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Wednesday 28 July |
Saint of the Day: Bl. Stanley Rother
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Why not stop fighting and surrender to God?


Numiscontrol | CC BY SA 3.0

Fr Robert McTeigue, SJ - published on 07/31/19

Why are we so bent on finding an alternative to obeying the living God?

My favorite scene from Excalibur: Young Arthur has removed the sword Excalibur from the stone, thereby becoming king.  People wonder whether this young nobody is king. Arthur brandishes Excalibur, declaring, “Any man, who would be a knight, and follow a king—follow me!”  Oh! I was ready to jump up, shouting, “Take me!” To follow a king for a cause, having good reason to live and die—that touches the heart deeply. We often corrupt that noble longing, attaching it to what isn’t God.

What of Christ the King? Much of the world is either ignorant of him or rejects him. Too many deny God, deny our heavenly king, acting as if there is no Lord to love and serve.

Without a king, how will the soul find purpose? A king calls his people to a glorious destiny. Jean-Paul Sartre said, “Man is a useless passion.” So the world offers a lot of toys to distract us from our misery.

The world says that there’s no Lord to love and serve. Perhaps this is the worst lie of all. The human heart aches to give all the love it can, and to see all of that love completely and gratefully received. The human heart aches to receive constant and faithful love. But the world says we cannot have that perfect loving, because there’s no Lord to love and serve; so the world offers idols take the place of the real love we want to give and receive.

What if we acted on the truth that there is hope, purpose, and love? Believing in a God of hope, our grief would be easier to bear and our worship would be more joyful because we would believe that Jesus has conquered sin and death, and that his victory will be given to us over time and given to us completely at the world’s end. We’d know that anything good apparently lost was never really lost, but offered to God, who will give us all good in his kingdom.

Believing that Christ is our King, then what? Christ told Pilate: “My kingdom is not of this world. I came into the world to testify to the truth. Anyone committed to the truth hears my voice.” Christ testifies to a terrible and wonderful truth.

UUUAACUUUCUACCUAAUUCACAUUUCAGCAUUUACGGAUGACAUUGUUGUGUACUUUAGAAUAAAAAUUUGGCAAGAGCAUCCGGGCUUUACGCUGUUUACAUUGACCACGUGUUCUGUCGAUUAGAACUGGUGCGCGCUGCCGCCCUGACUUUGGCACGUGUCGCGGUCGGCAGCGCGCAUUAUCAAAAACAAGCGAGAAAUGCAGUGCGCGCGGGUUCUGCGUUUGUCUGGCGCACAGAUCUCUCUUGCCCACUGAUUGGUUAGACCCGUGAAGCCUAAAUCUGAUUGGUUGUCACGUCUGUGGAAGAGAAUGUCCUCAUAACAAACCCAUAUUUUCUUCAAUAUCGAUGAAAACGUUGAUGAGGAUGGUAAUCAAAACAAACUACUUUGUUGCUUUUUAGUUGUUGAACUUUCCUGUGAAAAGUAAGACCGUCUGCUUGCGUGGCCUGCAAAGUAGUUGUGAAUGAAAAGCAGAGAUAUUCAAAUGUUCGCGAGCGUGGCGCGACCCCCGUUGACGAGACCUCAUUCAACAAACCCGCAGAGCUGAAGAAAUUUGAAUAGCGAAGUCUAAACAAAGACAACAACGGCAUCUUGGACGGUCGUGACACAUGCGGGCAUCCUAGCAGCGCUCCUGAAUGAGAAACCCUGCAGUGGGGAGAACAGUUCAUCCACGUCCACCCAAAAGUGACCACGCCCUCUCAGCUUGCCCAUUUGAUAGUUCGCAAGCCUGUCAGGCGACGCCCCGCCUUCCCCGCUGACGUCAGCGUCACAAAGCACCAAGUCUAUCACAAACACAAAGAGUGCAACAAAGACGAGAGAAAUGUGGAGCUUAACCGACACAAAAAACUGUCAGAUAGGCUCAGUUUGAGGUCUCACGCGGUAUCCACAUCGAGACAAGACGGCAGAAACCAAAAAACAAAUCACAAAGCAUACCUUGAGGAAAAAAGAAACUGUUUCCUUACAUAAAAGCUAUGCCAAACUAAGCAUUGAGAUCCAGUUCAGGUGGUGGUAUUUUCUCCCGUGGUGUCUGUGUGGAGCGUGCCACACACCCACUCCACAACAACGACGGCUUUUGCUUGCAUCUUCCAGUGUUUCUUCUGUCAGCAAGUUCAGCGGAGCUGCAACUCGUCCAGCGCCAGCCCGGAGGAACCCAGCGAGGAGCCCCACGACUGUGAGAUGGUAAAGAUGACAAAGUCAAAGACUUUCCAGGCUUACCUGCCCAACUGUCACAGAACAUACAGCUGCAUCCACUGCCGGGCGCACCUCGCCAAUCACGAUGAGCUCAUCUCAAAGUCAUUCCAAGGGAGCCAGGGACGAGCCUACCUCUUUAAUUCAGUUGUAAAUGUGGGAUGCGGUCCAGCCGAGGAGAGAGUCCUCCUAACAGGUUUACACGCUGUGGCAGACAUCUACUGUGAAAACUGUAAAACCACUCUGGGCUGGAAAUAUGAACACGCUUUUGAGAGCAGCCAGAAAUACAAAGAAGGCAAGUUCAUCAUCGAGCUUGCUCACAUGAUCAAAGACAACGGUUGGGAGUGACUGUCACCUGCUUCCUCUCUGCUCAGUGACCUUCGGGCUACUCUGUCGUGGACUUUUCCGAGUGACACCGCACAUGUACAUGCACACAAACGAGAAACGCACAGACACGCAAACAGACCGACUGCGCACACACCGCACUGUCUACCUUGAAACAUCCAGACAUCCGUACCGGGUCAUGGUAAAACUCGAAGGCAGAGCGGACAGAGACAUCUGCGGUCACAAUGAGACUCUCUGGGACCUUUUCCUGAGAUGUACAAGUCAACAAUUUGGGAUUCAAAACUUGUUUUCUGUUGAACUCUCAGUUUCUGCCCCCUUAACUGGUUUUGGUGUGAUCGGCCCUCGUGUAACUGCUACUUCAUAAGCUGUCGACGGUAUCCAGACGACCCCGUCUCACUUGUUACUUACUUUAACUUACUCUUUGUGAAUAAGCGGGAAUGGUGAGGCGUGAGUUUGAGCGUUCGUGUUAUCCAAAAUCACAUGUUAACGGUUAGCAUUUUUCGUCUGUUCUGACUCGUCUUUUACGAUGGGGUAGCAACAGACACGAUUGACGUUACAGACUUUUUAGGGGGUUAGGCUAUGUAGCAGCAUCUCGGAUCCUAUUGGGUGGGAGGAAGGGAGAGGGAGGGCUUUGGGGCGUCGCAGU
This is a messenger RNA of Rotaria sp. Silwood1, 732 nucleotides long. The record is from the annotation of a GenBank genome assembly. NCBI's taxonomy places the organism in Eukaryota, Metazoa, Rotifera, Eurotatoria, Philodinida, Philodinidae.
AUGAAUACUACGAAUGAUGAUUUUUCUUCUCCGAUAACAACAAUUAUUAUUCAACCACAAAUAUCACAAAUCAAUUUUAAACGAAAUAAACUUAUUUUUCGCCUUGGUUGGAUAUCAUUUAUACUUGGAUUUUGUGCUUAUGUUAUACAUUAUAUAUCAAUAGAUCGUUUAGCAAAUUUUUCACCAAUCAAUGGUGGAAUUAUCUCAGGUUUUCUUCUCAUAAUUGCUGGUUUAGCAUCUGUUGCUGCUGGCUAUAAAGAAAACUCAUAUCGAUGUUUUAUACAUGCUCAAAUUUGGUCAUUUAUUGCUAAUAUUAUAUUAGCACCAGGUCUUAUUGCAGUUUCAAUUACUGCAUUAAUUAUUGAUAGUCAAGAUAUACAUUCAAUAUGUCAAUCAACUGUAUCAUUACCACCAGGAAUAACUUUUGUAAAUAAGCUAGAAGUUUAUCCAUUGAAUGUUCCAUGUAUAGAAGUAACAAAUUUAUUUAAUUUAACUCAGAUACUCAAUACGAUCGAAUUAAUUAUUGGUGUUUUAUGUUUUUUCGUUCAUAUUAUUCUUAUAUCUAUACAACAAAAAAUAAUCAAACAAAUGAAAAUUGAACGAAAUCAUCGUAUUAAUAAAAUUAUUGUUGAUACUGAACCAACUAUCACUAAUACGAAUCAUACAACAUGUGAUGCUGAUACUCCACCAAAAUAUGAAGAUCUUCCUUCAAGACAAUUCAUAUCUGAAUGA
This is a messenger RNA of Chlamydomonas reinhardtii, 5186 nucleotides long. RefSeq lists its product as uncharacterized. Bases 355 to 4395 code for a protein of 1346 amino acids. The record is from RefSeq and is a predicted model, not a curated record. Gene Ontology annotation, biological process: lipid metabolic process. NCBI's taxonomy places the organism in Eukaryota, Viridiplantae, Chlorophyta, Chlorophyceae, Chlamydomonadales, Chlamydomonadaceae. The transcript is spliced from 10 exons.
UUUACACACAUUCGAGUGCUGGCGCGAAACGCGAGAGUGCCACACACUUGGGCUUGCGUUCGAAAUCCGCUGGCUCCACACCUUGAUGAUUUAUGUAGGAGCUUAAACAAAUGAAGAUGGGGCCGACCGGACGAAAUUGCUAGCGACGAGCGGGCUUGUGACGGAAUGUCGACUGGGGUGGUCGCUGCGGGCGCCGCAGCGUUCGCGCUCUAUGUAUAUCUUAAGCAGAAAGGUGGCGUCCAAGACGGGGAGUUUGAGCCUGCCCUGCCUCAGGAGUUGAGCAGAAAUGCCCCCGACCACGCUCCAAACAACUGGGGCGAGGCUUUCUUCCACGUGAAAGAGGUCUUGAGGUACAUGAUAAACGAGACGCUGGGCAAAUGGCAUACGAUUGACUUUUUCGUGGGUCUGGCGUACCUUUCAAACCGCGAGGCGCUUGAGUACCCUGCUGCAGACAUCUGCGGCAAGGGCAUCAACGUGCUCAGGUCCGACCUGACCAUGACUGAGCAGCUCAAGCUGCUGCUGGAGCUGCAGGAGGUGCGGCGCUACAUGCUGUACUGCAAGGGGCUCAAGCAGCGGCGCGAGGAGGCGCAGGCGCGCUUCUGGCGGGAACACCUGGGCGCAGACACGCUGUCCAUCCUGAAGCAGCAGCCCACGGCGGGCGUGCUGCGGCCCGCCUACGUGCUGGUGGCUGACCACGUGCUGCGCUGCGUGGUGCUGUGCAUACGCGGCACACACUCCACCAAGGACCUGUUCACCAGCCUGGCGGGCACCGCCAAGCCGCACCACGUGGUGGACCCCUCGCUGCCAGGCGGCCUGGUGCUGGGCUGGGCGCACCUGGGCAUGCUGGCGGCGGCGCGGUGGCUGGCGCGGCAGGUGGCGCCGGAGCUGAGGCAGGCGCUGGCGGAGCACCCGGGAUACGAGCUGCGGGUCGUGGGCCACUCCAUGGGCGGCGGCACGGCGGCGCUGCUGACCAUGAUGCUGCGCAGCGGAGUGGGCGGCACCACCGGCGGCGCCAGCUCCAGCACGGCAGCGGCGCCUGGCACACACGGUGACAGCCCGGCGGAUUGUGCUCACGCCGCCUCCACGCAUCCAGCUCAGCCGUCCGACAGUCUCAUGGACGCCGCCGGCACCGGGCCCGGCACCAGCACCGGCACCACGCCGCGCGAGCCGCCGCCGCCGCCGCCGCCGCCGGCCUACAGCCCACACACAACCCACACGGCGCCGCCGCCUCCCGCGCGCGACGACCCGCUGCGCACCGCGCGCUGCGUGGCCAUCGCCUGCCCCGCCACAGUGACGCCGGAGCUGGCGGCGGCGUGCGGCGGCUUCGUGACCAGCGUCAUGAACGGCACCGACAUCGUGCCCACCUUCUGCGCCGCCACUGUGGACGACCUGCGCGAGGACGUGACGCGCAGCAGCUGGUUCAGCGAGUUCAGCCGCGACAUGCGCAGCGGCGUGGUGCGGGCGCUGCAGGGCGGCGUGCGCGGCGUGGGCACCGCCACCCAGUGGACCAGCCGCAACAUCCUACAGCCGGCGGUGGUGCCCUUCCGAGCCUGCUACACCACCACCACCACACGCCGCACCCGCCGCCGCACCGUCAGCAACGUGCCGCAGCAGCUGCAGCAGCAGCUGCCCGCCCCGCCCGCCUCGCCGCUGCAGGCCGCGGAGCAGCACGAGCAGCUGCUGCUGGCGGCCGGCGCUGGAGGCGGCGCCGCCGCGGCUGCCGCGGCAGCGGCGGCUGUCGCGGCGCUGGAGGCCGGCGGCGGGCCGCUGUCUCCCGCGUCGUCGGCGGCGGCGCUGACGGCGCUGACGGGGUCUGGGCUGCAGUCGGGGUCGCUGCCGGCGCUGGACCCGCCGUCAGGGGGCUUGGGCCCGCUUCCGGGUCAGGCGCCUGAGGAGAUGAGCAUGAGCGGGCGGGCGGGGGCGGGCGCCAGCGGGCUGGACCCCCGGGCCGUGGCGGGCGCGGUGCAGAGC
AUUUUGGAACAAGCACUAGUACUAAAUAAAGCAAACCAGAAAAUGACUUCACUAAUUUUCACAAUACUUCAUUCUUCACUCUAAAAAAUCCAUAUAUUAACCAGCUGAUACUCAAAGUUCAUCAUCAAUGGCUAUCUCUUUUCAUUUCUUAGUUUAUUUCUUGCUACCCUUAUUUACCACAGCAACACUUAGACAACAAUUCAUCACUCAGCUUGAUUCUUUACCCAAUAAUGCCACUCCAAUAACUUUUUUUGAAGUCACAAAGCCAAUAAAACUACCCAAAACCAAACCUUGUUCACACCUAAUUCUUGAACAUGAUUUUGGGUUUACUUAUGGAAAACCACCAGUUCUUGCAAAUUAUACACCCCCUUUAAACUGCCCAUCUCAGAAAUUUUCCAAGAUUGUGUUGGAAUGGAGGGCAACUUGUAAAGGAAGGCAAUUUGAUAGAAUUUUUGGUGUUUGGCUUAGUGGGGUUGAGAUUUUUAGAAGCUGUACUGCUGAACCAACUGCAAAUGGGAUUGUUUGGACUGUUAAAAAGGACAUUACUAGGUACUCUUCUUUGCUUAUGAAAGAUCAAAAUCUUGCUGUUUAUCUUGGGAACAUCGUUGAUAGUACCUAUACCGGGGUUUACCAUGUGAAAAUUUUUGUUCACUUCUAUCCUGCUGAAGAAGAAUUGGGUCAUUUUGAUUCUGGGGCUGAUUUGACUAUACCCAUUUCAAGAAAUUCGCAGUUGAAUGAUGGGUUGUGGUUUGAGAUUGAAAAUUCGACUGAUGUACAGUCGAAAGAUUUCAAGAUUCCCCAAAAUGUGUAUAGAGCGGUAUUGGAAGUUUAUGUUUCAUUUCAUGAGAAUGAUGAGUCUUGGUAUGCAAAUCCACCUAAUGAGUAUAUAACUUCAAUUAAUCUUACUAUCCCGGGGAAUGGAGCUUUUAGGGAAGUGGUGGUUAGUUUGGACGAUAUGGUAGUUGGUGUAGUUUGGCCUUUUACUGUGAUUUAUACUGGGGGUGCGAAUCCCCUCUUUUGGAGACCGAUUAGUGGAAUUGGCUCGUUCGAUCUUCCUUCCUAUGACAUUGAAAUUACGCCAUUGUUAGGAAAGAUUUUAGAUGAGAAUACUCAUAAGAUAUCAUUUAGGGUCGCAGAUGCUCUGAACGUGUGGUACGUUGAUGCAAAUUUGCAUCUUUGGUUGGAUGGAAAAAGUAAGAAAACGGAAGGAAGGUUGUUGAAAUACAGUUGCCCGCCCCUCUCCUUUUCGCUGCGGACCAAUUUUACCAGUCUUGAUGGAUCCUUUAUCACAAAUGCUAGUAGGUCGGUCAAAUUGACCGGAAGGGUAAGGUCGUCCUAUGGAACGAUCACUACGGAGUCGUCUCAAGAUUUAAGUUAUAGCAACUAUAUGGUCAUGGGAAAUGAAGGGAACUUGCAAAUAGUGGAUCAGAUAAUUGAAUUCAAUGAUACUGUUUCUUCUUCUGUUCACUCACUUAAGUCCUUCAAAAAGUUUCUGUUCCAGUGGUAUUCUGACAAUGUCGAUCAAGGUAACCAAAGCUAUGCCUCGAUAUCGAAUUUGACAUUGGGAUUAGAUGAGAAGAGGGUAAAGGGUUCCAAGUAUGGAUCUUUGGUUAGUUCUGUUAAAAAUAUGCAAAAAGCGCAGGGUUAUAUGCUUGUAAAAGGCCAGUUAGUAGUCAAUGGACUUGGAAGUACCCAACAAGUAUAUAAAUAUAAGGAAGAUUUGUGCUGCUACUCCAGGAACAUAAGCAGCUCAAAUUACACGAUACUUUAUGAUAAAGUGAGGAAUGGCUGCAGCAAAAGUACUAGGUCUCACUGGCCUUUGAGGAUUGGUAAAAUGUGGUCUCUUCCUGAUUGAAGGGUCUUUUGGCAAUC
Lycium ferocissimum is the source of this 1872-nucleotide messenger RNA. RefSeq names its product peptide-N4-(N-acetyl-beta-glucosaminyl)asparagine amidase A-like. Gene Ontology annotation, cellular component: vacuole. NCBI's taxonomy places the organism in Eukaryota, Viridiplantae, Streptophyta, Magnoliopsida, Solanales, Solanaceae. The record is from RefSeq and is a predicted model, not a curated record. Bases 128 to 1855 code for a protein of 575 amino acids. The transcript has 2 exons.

The terrible truth: We’re sinners. Sin brings darkness and death.

The glorious truth: Christ comes to rescue us, cleansing us with his own Blood, making us heirs to his kingdom, leading us home to his Father.

The hardest, saddest truth: We often believe that love’s impossible. So, here comes the world, to medicate the pain of our loneliness.  

We cannot go on living like this. Life without the fullness of God, without hope, purpose, or love. What to do?

A suggestion: Give up. Stop fighting against God. Stop looking for an alternative to obeying the living God. You cannot win this war. Just surrender. Take your whole life and hand it over to God saying, “Lead me into your Kingdom.”

Today, Saint Ignatius Loyola asks: Whom will you serve? Will you be a hero, a saint, a disciple loyal to Christ and his Kingdom? Or will you be a slave in Satan’s service? Those are the only options we will ever get.

Saint Ignatius Loyola sought to form people wanting to distinguish themselves in the service of Christ the King. Think of it! To be taken into the service of Christ the King, having a great love and purpose, knowing that if we suffer and strive with Him in this life, we’ll rejoice with Him forever in Heaven. Dare we hope for such perfect joy?

The sane choice is to commit to following Christ our crucified King, by putting our selfishness to death. The sane choice is to commit to following Christ our risen King by sowing the seeds of a rich and fruitful harvest. The sane choice is to follow our reigning King, who now calls us to service. The sane choice is to be ready to greet Christ our returning King.

We must do what love requires, heeding the call of Christ, offering everything and to let Him supply the rest. Echo the great prayer of Saint Ignatius Loyola:

Take Lord, and receive, all my liberty, my memory, my understanding, my entire will—all that I have and possess. Thou has given all to me; to Thee O Lord I return it. All is Thine; dispose of it wholly according to Thy will. Give me only Thy love and Thy grace; that is enough for me.


Read more:
When the Devil’s at work, here’s what St. Ignatius says we should do

When I write next, I will speak of a new retreat house and pilgrimage site that you won’t want to miss.  Book a retreat now, as the calendar is already filling up! Until then, let’s keep each other in prayer.

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